It’s Turkey Time!! {A Peek at November in Our Classroom}

In our classroom, I think it’s quite obvious that we LOVE our holidays! Theme teaching makes planning for the month so.much.easier. For the next few weeks, we will be focusing on Thanksgiving, as well as continuing to use fall resources. For some reason, I love Thanksgiving! I mean, I obviously love decorating for the holidays, but I am alllllll about pumpkins and turkeys until Thanksgiving break. Plus, give me ALL THE MASHED POTATOES. Here’s a peek at some of my favs to use during Thanksgiving! Also, be sure to check out what I’m pinning on Pinterest for Thanksgiving below!

To get a glance of the structure of my Autism classroom, click below.

Morning Work.

Lemme tell you… these morning worksheets from Erin at You-Auta-Know have saved me this year. We starting using them on day one back in August, and so many of my kiddos are independent in their daily morning work routine because of the consistency! The different levels incorporate so many goals my wide range of students are working on, from writing their name, coloring in the lines, calendar skills, matching lowercase/uppercase, matching pictures, counting, adding. Basically, these packs rock my socks. I print enough pages for the entire month for each student, stick them in their morning work folders, and poof – I’m done. I like easy 🙂


Thanksgiving Storytime Packs
We have gotten into quite the routine of reading a picture book, retelling using a story map, and answering basic “wh” questions using my story time packs. The visuals help TREMENDOUSLY, and they help me stay organized and in a routine.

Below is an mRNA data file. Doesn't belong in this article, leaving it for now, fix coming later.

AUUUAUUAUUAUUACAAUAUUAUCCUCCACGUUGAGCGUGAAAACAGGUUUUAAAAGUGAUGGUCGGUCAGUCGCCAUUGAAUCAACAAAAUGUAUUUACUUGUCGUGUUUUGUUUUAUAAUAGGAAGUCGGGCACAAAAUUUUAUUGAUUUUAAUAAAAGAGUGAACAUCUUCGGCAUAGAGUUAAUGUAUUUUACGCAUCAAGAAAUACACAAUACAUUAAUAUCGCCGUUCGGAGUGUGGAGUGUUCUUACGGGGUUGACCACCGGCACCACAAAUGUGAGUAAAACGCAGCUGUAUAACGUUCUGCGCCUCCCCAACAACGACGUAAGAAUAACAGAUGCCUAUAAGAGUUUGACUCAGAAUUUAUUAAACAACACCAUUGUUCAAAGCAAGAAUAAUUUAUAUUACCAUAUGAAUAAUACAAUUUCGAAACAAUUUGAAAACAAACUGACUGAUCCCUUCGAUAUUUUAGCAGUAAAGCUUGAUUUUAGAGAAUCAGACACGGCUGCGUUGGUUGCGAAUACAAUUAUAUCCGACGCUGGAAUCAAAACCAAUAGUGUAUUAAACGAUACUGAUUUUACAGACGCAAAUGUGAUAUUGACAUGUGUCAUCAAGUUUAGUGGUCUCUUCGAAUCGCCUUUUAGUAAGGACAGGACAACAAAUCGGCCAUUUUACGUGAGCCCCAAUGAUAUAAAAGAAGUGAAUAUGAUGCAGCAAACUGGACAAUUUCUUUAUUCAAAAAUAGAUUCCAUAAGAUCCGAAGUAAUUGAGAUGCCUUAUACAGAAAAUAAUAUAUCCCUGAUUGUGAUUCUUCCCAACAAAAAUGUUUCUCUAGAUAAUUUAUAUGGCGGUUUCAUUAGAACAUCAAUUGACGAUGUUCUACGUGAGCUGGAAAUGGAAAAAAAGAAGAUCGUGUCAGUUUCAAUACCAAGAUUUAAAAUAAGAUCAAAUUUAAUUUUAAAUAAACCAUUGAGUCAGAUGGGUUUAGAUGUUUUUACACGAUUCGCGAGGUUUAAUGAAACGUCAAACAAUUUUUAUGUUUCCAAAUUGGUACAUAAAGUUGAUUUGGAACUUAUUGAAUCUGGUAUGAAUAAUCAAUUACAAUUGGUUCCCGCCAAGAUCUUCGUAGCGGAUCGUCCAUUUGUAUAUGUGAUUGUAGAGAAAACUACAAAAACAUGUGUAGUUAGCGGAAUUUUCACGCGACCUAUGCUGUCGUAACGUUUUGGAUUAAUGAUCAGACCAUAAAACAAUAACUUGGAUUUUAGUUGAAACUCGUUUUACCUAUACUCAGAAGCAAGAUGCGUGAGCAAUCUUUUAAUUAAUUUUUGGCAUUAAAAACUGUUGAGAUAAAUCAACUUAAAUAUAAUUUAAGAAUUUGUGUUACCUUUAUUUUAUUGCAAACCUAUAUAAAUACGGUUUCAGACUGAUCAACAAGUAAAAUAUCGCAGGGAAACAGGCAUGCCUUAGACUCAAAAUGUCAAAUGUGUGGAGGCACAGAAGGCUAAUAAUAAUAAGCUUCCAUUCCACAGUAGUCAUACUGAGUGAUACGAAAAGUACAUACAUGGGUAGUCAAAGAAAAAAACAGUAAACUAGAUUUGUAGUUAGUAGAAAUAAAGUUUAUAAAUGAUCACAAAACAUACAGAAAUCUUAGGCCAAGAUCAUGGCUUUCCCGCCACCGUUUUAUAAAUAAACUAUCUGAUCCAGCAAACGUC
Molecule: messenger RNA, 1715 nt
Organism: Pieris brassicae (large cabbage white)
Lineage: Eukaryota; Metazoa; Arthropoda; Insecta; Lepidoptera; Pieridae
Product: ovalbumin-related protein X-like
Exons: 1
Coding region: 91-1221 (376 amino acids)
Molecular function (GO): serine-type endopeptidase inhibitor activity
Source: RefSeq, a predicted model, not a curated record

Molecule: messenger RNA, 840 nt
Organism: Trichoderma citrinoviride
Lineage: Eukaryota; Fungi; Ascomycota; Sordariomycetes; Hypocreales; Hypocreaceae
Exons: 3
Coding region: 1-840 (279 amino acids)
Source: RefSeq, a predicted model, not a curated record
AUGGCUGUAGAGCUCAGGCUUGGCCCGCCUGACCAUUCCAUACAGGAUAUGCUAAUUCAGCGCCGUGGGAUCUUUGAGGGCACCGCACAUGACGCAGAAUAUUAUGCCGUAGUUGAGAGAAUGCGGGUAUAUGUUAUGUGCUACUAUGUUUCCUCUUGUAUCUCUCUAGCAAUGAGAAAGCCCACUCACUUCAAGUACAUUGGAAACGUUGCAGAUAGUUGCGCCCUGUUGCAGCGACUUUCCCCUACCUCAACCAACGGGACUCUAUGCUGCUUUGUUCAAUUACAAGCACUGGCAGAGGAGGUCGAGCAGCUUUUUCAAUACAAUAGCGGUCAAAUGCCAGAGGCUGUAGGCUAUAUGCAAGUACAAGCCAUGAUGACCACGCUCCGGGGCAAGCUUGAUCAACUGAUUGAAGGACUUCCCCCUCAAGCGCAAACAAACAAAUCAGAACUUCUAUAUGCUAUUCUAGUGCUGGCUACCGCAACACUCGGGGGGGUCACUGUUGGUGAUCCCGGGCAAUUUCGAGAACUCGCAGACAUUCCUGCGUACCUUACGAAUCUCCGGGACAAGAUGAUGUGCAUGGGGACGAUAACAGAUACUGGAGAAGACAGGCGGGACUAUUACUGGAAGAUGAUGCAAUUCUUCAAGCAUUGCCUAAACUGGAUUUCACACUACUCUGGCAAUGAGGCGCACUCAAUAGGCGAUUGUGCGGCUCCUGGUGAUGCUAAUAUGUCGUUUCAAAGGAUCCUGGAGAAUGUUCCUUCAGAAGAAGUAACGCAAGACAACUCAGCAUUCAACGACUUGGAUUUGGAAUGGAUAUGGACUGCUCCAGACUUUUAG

Easy Art Packs:

I usually try to tie in an art project after story time. During an art activity, we work on verbal and visual direction following, fine motor practice, shapes, colors, sizes, requesting, problem solving, and the list goes on! These activities cover so many skills and they they help us decorate our classroom and hallway with cuteness overload.

Photo credit: Alyssa from Simply Special Ed

Comprehension Sheets from Simply Special Ed:

I use these comprehension sheets with my level 1 and 2 groups (students that cannot read or write independent, but can point or choose an answer when someone else reads). The stories are only a few sentences and the picture cues really help them make connections. I print them in color and put them in sheet protectors so students can circle the correct answer with a dry/erase marker and I can reuse the sheets again and again.

Who/What Dabber Packs From You Auta Know

I place these in independent work folders for my level 3 students (students that are able to read and follow directions independently). They provide GREAT practice with those pesky “WH” questions, in a fun format! My students LOVE bingo dabbers!

Moffatt Girls – No Prep Packs for Kindergarten

I place these in independent work folders for my level 2 students (students that need practice with basic pre-academic skills, but also have some good reading foundational skills – aka letter/sound knowledge, tracing, cutting, word families, etc.). I have the entire year bundle, so the students get used to the routine and are able to complete the pages with minimal prompting from me and they provide lots of practice for K skills! We use these in math groups as well.